At Made Tech, our company mission is “to improve software delivery in every organisation” and recently while using Azure DevOps, I’ve been feeling that currently, these two things are mutually exclusive.
Before I get started, it’s important to not confuse Azure DevOps with Azure’s cloud services offering. You can think of Azure DevOps as Github and CircleCI bundled into one package, whereas Azures cloud services is akin to AWS, or Google Cloud.
Now, I’ve already made a comparison between Azure DevOps, and Github and CircleCI. The latter are the tools that I use day to day out of choice because I feel that they let me get my work done in a way that I’m accustomed to following best practices in our industry. It’s only to be expected that when starting to use Azure DevOps over the past month or so, I’m going to compare it to these.
On the surface, besides a tricky UI to get used to, Azure DevOps appears to have all of the features you’d expect, and has good potential at being an all-in-one version control system (VCS) and continuous integration/delivery pipeline, similar to what Gitlab offers. However, there are a few niggles before I’ll be encouraging customers and others to use it.
As a developer, I’m passionate about being able to codify “all the things”. It means you don’t need to document as much for people if the code is written well, and it also means you can review code before merging it into your repository. It also means that you can easily duplicate and reuse existing functionality.
If we set aside the VCS element of Azure DevOps for now and focus solely on the CI/CD pipelines feature. CircleCI gives you a completely blank slate when you use the tool. You define your pipeline in code however you see fit.
Out of the box, with pipelines in Azure, you get both Build and Release pipelines. They are clearly segregated in the navigation. It’s up to you to define the implementation of each, but by having these two defined separately, Azure are trying to encourage a good practice of separating the logic of the two.
Build pipelines are responsible solely for building an artefact of your application, be this an executable or a docker image for example, and then running your tests and linting checks against this. It will then publish your artefact somewhere if everything passes, in effect, declaring it as fit for deployment. That is the end of the Build pipelines responsibility. Similar to CircleCI, your Build pipeline can be declared in YAML, or if you wish, a GUI. Being good developers, we obviously opt for keeping this defined in code so it can be committed into our repository.
When it comes to deploying your code, the Azure DevOps mindset is to now move to a Release pipeline. It’s great in that it gives a clear separation of the two pipelines. The Release pipeline will take a published artefact from a build pipeline and figure out how to get that deployed out to your various environments.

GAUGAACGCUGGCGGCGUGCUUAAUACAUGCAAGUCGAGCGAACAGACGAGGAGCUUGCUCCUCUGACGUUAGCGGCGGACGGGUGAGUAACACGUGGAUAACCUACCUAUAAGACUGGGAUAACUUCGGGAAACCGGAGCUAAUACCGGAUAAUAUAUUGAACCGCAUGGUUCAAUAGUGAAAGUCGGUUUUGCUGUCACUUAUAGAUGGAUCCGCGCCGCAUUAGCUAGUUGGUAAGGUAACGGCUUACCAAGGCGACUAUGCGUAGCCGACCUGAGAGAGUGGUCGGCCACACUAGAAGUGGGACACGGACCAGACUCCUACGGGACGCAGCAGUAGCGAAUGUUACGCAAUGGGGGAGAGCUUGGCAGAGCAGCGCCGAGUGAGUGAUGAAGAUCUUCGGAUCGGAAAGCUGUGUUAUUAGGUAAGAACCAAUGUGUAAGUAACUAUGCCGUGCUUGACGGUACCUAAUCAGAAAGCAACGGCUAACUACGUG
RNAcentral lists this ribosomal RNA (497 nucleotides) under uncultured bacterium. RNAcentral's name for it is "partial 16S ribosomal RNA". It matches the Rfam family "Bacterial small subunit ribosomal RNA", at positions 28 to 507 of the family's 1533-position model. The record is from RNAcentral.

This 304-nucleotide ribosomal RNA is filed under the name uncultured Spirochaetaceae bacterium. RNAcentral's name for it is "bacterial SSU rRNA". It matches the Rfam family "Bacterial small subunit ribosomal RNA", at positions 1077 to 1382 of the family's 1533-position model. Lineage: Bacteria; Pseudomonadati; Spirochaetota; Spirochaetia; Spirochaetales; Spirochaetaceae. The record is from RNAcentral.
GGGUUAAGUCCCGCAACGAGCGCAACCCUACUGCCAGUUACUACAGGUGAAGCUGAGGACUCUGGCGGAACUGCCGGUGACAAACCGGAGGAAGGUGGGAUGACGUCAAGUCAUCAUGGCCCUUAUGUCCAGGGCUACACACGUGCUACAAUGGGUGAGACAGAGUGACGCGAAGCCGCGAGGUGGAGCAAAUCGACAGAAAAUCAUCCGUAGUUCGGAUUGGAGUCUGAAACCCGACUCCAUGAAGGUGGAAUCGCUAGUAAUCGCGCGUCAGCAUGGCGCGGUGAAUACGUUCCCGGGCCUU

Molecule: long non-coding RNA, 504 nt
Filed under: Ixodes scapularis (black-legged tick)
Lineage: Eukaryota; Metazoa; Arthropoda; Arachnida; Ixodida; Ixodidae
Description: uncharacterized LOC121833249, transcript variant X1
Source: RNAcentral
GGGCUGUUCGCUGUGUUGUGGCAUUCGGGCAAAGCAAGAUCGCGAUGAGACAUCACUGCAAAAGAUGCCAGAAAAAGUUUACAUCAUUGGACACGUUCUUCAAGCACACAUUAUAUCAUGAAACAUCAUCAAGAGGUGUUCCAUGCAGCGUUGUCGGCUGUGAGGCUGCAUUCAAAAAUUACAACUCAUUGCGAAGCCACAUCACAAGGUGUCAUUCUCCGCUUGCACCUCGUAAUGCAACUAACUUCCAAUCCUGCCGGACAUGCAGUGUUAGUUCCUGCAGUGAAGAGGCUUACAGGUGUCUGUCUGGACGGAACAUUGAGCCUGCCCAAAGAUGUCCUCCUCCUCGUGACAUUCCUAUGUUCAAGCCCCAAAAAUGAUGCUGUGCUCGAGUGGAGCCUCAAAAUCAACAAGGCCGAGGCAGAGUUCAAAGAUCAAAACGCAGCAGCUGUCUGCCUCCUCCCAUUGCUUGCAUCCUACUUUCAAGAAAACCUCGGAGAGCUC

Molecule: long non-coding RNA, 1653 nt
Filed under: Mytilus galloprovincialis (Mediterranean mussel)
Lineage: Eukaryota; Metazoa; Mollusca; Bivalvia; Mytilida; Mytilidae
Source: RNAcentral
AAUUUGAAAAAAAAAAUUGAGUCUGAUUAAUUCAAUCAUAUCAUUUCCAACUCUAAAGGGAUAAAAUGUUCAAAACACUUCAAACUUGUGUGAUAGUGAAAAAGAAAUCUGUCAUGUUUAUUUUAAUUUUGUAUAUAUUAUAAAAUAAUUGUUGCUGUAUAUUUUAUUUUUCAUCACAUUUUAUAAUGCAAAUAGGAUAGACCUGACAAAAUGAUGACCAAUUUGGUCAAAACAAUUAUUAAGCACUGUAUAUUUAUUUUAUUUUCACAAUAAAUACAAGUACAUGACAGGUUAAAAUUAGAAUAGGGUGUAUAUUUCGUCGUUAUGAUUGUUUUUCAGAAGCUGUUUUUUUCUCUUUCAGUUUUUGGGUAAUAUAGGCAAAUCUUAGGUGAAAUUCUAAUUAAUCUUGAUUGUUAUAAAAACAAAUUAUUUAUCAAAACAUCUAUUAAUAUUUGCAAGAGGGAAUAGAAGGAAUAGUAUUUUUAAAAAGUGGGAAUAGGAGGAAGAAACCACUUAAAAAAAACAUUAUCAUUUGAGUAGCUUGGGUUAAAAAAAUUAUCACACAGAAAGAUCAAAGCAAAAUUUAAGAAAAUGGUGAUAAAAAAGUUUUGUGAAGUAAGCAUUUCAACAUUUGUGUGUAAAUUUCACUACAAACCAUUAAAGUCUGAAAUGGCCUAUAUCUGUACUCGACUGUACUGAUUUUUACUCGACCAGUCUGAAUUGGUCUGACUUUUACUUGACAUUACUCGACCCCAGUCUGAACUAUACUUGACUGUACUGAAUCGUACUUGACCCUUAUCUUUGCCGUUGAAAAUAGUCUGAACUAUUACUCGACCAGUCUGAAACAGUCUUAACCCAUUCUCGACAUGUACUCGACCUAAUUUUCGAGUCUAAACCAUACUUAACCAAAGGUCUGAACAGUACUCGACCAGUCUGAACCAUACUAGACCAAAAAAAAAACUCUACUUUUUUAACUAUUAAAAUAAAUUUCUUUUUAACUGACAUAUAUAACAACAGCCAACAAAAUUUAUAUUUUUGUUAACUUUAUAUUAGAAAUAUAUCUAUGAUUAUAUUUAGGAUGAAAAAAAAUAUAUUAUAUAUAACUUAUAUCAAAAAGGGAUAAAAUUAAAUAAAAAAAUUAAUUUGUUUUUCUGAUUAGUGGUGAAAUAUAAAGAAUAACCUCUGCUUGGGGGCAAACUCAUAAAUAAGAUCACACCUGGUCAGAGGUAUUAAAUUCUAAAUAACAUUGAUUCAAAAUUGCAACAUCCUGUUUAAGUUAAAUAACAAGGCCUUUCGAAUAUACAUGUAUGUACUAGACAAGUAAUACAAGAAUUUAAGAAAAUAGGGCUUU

Here’s the bomb. Release pipelines can’t be codified. You have to build these using only the GUI.
So for the reasons I’ve already alluded to, this is bad for a number of reasons:
- It’s really hard to re-use these pipelines across projects. You can’t just copy the pipeline from one project into another, and therefore;
- Setting up pipelines is manual, therefore time consuming and fiddly, which could;
- Lead to mistakes being made that may affect reliability or security
I was quite surprised by how much I was affected by not being able to codify my deployment pipeline. It felt a little dirty and unclean for me as a developer. It hampers my ability to:
- work fast when setting up CD pipelines by being able to reuse existing pipeline code
- keep the pipeline reliable and reviewable before changes are merged into it, making it more secure
- not needing to document the pipeline separately with how it is set up and configured
These practices, along with many others, are what we pride ourselves on at Made Tech – doing things the best way we possibly can, based on our experience over the years, and adopting best practices within the industry that we then do day-to-day without even thinking. It’s what helps us deliver good quality products to our customers.
So with these downsides, I was trying to stay positive, and look for an alternate solution that could work, and knowing that the build pipelines could be codified, I started looking into perhaps utilising those for everything instead and ignore Release pipelines altogether.
You can get quite far with this approach, as the build pipelines are highly scriptable to do whatever you wish. As with CircleCI, behind the scenes you just have an image of your choice, be it Linux or Windows, booted up for you, and you write scripts. The stumbling block was the inability to have manual intervention steps, whereby a release to production was guarded by an approval button. So very close.
Word is, that Microsoft is working on the ability to codify and in fact unify build and release pipelines, however, I’ve been told that the feature has already been pushed back once previously, so there is no knowing when it will be ready to use. The current estimate is by the end of Q1 this year. Though we’re now in April, Q2…